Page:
As the Providence home of Charles and Mary Fortune was being auctioned off Tuesday morning, activists from the Tenant Homeowners Association (THA), a committee of Direct Action for Rights and Equality (DARE), stood in the sub freezing cold carrying signs that read, “Housing is a Human Right” and “Don’t Evict, Negotiate!” hoping to deter investors and speculators from bidding.
As Charles Fortune and the THA members looked on, the auctioneer opened the bidding. Only one bid, for $45 thousand, was entered. At this point, according to DARE staff organizer Christopher Rotondo, a representative from the bank bid $100 thousand, effectively buying the property from themselves.
The Fortunes owe over $200 thousand on the property, where they have lived for twenty years. The Fortunes have been unsuccessful in attempts to negotiate affordable modification to their mortgage. They want the opportunity to buy their home at it’s current assessed value, estimated to be about $130 thousand, not including needed repairs.
The Fortunes are currently working with a non-profit lender, Boston Community Capital (BCC), to buy their home back at its current value. Though it may sound weird to people not familiar with foreclosures, the bank buying the property back from themselves may redound to the Fortunes’ favor, as the bank will now be motivated to sell the property at a reduced price.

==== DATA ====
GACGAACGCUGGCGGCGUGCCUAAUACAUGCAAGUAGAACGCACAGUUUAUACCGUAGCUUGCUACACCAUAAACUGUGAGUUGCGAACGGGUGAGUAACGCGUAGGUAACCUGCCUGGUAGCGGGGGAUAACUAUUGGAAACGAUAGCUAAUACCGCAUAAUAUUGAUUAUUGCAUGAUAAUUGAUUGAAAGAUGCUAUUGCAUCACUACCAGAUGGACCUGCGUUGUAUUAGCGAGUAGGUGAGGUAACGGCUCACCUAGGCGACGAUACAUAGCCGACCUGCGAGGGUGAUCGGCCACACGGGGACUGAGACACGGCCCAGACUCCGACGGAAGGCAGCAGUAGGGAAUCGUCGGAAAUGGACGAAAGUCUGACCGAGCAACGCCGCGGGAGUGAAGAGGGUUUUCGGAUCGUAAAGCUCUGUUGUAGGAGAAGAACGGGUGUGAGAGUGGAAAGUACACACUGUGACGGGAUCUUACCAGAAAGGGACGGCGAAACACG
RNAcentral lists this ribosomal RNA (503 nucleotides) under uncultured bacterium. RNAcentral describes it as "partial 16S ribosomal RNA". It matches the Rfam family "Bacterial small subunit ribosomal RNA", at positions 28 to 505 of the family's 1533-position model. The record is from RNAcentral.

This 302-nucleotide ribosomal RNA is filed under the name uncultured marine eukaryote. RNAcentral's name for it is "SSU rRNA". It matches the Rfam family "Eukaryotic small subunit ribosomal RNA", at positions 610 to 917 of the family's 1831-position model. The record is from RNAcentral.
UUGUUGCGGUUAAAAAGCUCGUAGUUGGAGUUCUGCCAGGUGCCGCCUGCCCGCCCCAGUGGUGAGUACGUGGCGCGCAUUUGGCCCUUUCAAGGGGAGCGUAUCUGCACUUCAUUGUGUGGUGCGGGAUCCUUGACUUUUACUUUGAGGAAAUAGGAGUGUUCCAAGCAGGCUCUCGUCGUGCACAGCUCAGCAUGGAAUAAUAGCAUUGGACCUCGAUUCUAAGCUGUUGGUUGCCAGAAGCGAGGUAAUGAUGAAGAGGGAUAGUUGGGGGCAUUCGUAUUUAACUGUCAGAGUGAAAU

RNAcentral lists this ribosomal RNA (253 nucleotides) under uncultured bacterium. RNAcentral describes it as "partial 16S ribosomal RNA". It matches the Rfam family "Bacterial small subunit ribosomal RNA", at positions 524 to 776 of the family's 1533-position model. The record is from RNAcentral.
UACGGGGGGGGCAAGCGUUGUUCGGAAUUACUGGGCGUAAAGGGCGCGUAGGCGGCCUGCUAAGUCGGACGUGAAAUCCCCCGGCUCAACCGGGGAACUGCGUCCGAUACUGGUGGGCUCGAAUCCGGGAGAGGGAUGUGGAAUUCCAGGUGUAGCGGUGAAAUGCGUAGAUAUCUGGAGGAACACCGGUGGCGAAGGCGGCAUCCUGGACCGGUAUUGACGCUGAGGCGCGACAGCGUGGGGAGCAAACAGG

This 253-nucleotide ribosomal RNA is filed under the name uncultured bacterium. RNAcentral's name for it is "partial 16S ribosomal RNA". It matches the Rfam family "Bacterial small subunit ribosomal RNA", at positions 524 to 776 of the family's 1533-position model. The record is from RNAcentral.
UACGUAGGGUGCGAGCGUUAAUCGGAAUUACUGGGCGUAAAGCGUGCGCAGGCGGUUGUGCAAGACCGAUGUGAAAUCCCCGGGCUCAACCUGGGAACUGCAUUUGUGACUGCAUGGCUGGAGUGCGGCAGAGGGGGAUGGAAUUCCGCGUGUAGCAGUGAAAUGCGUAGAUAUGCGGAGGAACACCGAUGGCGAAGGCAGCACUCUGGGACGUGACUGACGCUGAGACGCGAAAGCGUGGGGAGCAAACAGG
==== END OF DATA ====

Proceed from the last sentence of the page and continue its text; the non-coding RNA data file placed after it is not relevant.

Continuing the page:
In a statement Fortune said, “This home is my family’s roots. We raised our children here and do not want to leave. The bank should have made our payments affordable, but instead wanted to continue to foreclosure, where they will actually lose money! No we have the chance to get our home back with BCC, we just don’t want some investor buying it today and putting us out just to make money.”
The THA is made up of owners and tenants who have faced foreclosure and eviction. They are working to prevent “mass evictions being carried out by the banks” and “until suffering to thousands of people… dragging down our communities.”